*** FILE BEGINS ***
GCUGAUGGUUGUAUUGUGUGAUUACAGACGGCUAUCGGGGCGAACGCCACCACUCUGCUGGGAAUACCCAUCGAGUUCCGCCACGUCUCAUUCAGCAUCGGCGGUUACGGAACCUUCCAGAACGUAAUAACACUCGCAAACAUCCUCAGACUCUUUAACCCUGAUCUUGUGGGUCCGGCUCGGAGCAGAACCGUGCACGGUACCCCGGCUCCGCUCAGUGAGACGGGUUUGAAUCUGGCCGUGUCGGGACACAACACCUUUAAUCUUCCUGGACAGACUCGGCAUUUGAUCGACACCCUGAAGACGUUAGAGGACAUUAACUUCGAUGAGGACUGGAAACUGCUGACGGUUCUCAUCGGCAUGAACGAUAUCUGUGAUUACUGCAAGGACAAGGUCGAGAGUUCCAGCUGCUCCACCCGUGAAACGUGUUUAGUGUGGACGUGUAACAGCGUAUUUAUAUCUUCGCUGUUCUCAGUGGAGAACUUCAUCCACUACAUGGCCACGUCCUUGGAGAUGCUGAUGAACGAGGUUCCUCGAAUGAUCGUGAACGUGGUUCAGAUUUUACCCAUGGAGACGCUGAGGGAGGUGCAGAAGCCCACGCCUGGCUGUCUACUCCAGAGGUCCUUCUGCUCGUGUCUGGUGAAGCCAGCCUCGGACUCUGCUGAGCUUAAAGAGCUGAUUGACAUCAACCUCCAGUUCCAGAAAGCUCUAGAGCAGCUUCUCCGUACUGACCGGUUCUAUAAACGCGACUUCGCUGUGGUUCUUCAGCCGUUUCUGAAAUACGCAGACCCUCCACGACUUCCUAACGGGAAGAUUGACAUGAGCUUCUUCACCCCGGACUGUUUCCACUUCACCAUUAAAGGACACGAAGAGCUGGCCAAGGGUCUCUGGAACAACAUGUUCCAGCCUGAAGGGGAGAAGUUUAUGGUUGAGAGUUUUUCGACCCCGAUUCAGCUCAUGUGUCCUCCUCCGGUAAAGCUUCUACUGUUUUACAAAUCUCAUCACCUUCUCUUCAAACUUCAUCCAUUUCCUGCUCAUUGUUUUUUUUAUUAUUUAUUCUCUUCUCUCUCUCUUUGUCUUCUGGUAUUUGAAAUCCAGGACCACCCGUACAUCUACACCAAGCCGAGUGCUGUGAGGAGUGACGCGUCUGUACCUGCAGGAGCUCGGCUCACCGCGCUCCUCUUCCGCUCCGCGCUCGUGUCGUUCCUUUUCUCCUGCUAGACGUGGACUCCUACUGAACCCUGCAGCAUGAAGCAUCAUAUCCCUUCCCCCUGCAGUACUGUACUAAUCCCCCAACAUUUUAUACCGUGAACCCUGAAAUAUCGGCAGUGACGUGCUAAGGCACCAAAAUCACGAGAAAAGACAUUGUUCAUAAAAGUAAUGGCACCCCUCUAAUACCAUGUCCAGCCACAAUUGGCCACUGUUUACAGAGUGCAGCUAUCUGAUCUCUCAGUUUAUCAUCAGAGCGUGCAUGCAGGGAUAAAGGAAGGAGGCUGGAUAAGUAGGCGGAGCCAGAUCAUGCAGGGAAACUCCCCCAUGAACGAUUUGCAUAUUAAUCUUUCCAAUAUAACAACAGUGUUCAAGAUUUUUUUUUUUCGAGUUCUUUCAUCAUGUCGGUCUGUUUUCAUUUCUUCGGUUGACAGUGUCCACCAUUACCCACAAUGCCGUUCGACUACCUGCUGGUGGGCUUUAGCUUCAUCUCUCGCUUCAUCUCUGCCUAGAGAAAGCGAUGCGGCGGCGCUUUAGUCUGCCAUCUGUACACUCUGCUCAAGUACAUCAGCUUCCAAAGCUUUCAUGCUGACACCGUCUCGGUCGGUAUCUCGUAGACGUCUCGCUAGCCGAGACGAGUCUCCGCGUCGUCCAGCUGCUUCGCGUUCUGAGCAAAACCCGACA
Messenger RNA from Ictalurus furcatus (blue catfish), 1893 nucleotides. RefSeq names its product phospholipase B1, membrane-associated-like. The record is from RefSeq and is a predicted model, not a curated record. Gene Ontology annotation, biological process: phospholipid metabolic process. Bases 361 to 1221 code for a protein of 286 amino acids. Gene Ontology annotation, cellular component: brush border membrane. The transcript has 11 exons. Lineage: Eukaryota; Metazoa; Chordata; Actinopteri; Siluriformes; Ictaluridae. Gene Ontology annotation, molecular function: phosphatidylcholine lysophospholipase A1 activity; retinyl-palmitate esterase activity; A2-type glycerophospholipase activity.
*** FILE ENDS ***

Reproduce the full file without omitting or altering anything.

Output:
GCUGAUGGUUGUAUUGUGUGAUUACAGACGGCUAUCGGGGCGAACGCCACCACUCUGCUGGGAAUACCCAUCGAGUUCCGCCACGUCUCAUUCAGCAUCGGCGGUUACGGAACCUUCCAGAACGUAAUAACACUCGCAAACAUCCUCAGACUCUUUAACCCUGAUCUUGUGGGUCCGGCUCGGAGCAGAACCGUGCACGGUACCCCGGCUCCGCUCAGUGAGACGGGUUUGAAUCUGGCCGUGUCGGGACACAACACCUUUAAUCUUCCUGGACAGACUCGGCAUUUGAUCGACACCCUGAAGACGUUAGAGGACAUUAACUUCGAUGAGGACUGGAAACUGCUGACGGUUCUCAUCGGCAUGAACGAUAUCUGUGAUUACUGCAAGGACAAGGUCGAGAGUUCCAGCUGCUCCACCCGUGAAACGUGUUUAGUGUGGACGUGUAACAGCGUAUUUAUAUCUUCGCUGUUCUCAGUGGAGAACUUCAUCCACUACAUGGCCACGUCCUUGGAGAUGCUGAUGAACGAGGUUCCUCGAAUGAUCGUGAACGUGGUUCAGAUUUUACCCAUGGAGACGCUGAGGGAGGUGCAGAAGCCCACGCCUGGCUGUCUACUCCAGAGGUCCUUCUGCUCGUGUCUGGUGAAGCCAGCCUCGGACUCUGCUGAGCUUAAAGAGCUGAUUGACAUCAACCUCCAGUUCCAGAAAGCUCUAGAGCAGCUUCUCCGUACUGACCGGUUCUAUAAACGCGACUUCGCUGUGGUUCUUCAGCCGUUUCUGAAAUACGCAGACCCUCCACGACUUCCUAACGGGAAGAUUGACAUGAGCUUCUUCACCCCGGACUGUUUCCACUUCACCAUUAAAGGACACGAAGAGCUGGCCAAGGGUCUCUGGAACAACAUGUUCCAGCCUGAAGGGGAGAAGUUUAUGGUUGAGAGUUUUUCGACCCCGAUUCAGCUCAUGUGUCCUCCUCCGGUAAAGCUUCUACUGUUUUACAAAUCUCAUCACCUUCUCUUCAAACUUCAUCCAUUUCCUGCUCAUUGUUUUUUUUAUUAUUUAUUCUCUUCUCUCUCUCUUUGUCUUCUGGUAUUUGAAAUCCAGGACCACCCGUACAUCUACACCAAGCCGAGUGCUGUGAGGAGUGACGCGUCUGUACCUGCAGGAGCUCGGCUCACCGCGCUCCUCUUCCGCUCCGCGCUCGUGUCGUUCCUUUUCUCCUGCUAGACGUGGACUCCUACUGAACCCUGCAGCAUGAAGCAUCAUAUCCCUUCCCCCUGCAGUACUGUACUAAUCCCCCAACAUUUUAUACCGUGAACCCUGAAAUAUCGGCAGUGACGUGCUAAGGCACCAAAAUCACGAGAAAAGACAUUGUUCAUAAAAGUAAUGGCACCCCUCUAAUACCAUGUCCAGCCACAAUUGGCCACUGUUUACAGAGUGCAGCUAUCUGAUCUCUCAGUUUAUCAUCAGAGCGUGCAUGCAGGGAUAAAGGAAGGAGGCUGGAUAAGUAGGCGGAGCCAGAUCAUGCAGGGAAACUCCCCCAUGAACGAUUUGCAUAUUAAUCUUUCCAAUAUAACAACAGUGUUCAAGAUUUUUUUUUUUCGAGUUCUUUCAUCAUGUCGGUCUGUUUUCAUUUCUUCGGUUGACAGUGUCCACCAUUACCCACAAUGCCGUUCGACUACCUGCUGGUGGGCUUUAGCUUCAUCUCUCGCUUCAUCUCUGCCUAGAGAAAGCGAUGCGGCGGCGCUUUAGUCUGCCAUCUGUACACUCUGCUCAAGUACAUCAGCUUCCAAAGCUUUCAUGCUGACACCGUCUCGGUCGGUAUCUCGUAGACGUCUCGCUAGCCGAGACGAGUCUCCGCGUCGUCCAGCUGCUUCGCGUUCUGAGCAAAACCCGACA
Messenger RNA from Ictalurus furcatus (blue catfish), 1893 nucleotides. RefSeq names its product phospholipase B1, membrane-associated-like. The record is from RefSeq and is a predicted model, not a curated record. Gene Ontology annotation, biological process: phospholipid metabolic process. Bases 361 to 1221 code for a protein of 286 amino acids. Gene Ontology annotation, cellular component: brush border membrane. The transcript has 11 exons. Lineage: Eukaryota; Metazoa; Chordata; Actinopteri; Siluriformes; Ictaluridae. Gene Ontology annotation, molecular function: phosphatidylcholine lysophospholipase A1 activity; retinyl-palmitate esterase activity; A2-type glycerophospholipase activity.